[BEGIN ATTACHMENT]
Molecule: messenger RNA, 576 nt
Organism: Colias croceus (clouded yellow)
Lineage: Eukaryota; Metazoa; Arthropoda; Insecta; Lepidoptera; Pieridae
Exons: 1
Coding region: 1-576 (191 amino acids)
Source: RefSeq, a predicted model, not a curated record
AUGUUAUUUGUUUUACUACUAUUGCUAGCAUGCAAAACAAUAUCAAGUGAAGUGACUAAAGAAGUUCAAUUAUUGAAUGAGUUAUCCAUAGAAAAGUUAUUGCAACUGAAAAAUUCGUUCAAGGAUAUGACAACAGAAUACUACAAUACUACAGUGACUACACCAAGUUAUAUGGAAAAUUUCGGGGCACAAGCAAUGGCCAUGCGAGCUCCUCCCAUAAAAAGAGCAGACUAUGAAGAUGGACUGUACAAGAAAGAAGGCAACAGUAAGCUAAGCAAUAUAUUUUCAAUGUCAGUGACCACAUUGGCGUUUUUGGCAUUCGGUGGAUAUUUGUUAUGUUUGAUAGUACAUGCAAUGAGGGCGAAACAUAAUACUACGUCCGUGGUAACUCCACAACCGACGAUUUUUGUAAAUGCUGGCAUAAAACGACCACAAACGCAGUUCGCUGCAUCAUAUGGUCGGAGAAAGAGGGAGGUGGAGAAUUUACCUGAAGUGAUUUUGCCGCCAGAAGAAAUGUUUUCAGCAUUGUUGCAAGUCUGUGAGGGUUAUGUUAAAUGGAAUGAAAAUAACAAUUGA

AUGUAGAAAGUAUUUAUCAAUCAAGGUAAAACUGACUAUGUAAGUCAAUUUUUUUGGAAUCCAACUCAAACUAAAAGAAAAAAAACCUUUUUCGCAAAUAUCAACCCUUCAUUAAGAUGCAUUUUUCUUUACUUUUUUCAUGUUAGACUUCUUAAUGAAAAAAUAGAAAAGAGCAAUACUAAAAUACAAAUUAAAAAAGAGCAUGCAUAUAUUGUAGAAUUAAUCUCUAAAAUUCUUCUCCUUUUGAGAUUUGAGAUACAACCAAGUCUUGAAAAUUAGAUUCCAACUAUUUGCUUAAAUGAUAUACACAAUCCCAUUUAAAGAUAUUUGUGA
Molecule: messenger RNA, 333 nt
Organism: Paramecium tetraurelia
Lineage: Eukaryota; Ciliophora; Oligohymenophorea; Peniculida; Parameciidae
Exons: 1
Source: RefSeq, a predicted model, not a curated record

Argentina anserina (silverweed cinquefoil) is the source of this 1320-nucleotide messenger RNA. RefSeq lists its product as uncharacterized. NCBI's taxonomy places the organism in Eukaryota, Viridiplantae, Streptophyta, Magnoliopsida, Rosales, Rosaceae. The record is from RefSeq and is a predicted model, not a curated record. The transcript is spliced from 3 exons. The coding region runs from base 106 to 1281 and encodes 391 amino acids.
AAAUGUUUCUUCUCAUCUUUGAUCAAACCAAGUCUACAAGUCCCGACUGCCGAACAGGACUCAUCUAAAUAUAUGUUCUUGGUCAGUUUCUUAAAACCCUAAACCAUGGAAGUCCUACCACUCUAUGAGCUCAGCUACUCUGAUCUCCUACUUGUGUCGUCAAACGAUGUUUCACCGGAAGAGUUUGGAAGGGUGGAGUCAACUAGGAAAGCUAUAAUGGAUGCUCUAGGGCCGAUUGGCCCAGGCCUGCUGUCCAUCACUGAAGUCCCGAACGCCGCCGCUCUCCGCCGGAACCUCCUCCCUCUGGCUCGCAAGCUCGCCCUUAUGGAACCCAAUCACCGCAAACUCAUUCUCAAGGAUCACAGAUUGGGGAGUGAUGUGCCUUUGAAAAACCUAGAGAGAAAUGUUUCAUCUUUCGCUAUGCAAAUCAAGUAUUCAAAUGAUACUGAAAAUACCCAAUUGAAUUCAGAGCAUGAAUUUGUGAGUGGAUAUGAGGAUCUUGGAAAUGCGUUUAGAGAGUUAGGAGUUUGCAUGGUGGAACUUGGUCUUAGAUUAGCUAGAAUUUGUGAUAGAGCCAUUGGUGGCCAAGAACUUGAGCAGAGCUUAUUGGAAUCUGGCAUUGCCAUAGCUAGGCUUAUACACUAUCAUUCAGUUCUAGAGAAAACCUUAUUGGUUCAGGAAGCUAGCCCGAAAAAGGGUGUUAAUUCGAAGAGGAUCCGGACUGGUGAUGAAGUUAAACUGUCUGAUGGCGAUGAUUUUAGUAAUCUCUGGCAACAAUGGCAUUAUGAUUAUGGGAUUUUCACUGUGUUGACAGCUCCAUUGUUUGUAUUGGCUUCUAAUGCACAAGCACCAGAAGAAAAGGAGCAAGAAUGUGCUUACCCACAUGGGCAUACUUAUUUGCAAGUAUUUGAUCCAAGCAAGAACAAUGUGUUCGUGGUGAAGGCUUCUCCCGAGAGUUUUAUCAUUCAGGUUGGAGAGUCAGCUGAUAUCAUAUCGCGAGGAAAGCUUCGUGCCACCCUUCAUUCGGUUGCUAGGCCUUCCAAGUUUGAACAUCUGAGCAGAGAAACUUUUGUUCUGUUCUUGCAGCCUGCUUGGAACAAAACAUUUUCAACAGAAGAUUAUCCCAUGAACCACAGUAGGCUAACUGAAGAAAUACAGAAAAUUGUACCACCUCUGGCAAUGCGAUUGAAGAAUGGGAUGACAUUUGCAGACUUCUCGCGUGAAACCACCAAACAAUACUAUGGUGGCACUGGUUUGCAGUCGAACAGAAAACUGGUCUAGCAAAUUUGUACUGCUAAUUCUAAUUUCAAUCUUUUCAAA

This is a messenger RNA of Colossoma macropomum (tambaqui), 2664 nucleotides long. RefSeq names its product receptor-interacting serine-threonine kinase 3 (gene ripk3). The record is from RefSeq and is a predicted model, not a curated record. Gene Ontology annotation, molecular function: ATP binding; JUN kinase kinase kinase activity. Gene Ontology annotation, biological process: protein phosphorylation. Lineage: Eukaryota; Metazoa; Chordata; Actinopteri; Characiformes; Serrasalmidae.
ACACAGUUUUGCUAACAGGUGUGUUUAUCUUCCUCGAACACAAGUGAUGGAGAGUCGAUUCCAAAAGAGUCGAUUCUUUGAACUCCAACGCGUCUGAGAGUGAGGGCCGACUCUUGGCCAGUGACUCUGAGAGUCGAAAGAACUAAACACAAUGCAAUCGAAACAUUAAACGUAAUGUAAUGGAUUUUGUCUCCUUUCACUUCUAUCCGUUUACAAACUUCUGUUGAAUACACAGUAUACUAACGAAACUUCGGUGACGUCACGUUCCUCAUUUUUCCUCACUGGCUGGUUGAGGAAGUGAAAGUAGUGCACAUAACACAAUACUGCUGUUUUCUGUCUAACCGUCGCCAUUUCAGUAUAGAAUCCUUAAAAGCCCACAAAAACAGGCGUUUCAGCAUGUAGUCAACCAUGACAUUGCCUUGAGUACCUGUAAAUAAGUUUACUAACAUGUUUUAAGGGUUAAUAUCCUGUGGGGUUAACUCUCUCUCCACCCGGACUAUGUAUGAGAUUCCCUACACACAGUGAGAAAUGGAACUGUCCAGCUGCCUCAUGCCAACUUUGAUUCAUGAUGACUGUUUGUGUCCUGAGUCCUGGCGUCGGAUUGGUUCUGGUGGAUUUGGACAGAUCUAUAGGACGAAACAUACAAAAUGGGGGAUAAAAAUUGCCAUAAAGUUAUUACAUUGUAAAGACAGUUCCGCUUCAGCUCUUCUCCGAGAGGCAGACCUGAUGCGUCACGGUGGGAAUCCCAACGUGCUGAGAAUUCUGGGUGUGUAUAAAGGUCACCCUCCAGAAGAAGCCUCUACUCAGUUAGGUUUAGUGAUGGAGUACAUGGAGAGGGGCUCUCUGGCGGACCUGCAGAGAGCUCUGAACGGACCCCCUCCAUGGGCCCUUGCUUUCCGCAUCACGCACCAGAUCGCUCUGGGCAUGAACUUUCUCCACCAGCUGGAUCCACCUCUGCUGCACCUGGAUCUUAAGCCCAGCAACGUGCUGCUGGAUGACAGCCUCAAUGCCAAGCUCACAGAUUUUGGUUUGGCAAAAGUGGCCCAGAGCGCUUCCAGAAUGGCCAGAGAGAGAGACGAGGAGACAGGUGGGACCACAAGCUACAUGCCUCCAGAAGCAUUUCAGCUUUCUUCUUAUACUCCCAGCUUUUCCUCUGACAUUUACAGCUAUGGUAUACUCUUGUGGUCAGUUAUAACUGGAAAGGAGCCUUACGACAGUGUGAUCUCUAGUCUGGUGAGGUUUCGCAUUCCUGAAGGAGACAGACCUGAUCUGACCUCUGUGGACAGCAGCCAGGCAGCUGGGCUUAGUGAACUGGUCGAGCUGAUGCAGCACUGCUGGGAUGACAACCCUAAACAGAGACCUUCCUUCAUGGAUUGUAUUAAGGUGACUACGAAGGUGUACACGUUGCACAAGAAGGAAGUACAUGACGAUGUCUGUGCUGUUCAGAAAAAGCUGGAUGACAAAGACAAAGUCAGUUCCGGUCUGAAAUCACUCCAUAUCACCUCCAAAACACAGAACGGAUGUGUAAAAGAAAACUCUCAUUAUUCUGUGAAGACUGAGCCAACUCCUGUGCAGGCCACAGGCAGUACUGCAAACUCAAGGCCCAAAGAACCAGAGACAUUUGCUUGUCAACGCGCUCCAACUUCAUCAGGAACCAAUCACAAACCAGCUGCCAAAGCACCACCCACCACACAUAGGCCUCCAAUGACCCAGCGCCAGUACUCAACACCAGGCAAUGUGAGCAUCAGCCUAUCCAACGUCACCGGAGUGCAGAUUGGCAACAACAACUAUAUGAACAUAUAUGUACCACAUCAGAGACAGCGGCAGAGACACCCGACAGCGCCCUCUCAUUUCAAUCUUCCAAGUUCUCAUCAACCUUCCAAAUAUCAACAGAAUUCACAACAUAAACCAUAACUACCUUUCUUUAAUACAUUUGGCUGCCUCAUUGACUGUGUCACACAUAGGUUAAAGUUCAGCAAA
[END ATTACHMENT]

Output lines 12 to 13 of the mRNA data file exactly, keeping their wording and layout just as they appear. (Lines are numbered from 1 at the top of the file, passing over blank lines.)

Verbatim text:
Exons: 1
Source: RefSeq, a predicted model, not a curated record